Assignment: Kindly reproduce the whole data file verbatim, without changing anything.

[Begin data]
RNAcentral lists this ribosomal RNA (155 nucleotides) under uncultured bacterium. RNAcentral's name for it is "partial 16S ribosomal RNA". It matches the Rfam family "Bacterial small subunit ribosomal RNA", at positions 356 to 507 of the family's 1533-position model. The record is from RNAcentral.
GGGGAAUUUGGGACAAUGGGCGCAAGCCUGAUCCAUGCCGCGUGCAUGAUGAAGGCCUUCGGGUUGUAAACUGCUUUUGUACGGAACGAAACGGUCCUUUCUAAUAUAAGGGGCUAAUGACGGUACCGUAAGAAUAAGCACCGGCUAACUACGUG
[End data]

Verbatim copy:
RNAcentral lists this ribosomal RNA (155 nucleotides) under uncultured bacterium. RNAcentral's name for it is "partial 16S ribosomal RNA". It matches the Rfam family "Bacterial small subunit ribosomal RNA", at positions 356 to 507 of the family's 1533-position model. The record is from RNAcentral.
GGGGAAUUUGGGACAAUGGGCGCAAGCCUGAUCCAUGCCGCGUGCAUGAUGAAGGCCUUCGGGUUGUAAACUGCUUUUGUACGGAACGAAACGGUCCUUUCUAAUAUAAGGGGCUAAUGACGGUACCGUAAGAAUAAGCACCGGCUAACUACGUG